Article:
Thursday, May 2nd
Green salad, radishes, and butter (sounds strange, but it’s the classic combination; the butter goes on the baguette, which is otherwise eaten plain)
Roast porc and pureed courgette (that’s zucchini in ‘American’!)
Cheese: Saint paulin
Dessert: Apricots in fruit syrup

Friday, May 3rd
Green beans with vinaigrette
Salmon paupiette with tarragon sauce (typically, a ‘paupiette’ is rolled and may be stuffed with delicious tidbits – likely another kind of fish and/or a cream sauce)
Pasta
Cheese: Chanteneige – a whipped form of ‘fromage frais’ (sort of like ricotta), lightly salted
Dessert: An apple

How much do these meals cost, you might be wondering? As is typical in France, parents pay according to their income. The French believe that all children have the same right to the same healthy meal–and that higher-income families should pay more than lower-income families. The lowest price is 1.26 € (Euros, or about $1.65 US), and the highest price is 4.17 € (Euros, or about $5.50 US). For the poorest families, the meals are provided for free. Food for thought, n’est-ce pas?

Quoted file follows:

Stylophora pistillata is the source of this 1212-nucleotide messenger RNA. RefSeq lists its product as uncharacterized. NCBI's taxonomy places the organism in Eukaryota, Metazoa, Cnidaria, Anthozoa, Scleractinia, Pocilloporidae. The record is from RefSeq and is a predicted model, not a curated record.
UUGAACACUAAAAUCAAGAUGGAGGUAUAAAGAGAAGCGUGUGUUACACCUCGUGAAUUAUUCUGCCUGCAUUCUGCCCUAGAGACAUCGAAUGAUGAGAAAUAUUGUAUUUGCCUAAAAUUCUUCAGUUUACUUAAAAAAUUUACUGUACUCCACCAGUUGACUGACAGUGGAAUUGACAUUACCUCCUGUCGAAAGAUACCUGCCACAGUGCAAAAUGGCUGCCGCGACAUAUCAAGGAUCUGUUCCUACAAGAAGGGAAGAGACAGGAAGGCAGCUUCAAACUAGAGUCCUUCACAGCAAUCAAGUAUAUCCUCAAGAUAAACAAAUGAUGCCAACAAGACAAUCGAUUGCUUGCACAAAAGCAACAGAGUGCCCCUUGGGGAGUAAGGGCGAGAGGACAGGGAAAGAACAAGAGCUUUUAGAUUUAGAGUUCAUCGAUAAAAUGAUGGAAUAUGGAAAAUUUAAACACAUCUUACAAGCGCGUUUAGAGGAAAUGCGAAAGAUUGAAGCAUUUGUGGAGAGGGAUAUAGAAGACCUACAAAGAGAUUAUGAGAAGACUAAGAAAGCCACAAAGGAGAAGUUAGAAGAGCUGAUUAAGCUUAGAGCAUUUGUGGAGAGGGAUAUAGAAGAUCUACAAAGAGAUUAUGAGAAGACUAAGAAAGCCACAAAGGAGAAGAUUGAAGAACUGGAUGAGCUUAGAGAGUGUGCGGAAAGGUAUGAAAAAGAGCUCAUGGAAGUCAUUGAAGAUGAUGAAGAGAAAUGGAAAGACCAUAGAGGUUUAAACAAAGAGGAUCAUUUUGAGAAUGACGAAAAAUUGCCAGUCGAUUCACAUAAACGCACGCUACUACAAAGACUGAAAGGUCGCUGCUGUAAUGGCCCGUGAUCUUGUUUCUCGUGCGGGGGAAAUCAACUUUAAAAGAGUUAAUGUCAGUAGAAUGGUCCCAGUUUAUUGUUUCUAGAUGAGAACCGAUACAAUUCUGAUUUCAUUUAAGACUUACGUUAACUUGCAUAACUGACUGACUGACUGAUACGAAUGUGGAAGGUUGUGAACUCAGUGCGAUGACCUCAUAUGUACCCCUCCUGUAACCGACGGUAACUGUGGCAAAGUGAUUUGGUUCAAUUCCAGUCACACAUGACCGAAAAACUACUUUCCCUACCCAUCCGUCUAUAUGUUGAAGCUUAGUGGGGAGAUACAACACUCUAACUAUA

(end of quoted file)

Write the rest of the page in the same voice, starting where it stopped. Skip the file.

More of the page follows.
This blog post is part of my French Kids School Lunch Project. Every week, I post the school lunch menus from a different village or town in France, where three-course, freshly-prepared hot lunches are provided to over 6 million children in the public school system every day. These meals cost, on average, $3 per child per day (and prices for low-income families are subsidised). My hope is that these menus (together with my other blog posts about the French approach to kid’s food) will spark a conversation about what children CAN eat, and how we can do better at educating them to eat well.

Spinach, creamed chestnuts, and turkey 'cordon bleu': Amazing French School Lunches, this week in the tiny town of Canet

This week we’re in the tiny town of Canet, in Languedoc-Roussillon (the less well-known but equally beautiful region east of Provence, in southern France). Residents are known as Canétois–very cute, as this sounds (particularly with the twanging southern French accent) a bit like ‘caneton’, the French word for duckling.

Canet is a retirees’ haven: on the Mediterranean, calm, warm, and sunny. Most of the population is older; out of 10,000 residents, less than 1000 are under the age of 18.

I was curious to find out what will meals might be like in a smaller place like Canet. To my pleasant surprise, they look wonderful. A colorful online menu is posted every week. Lots of yummy veggies, and a few new dishes I hadn’t come across yet. Read on!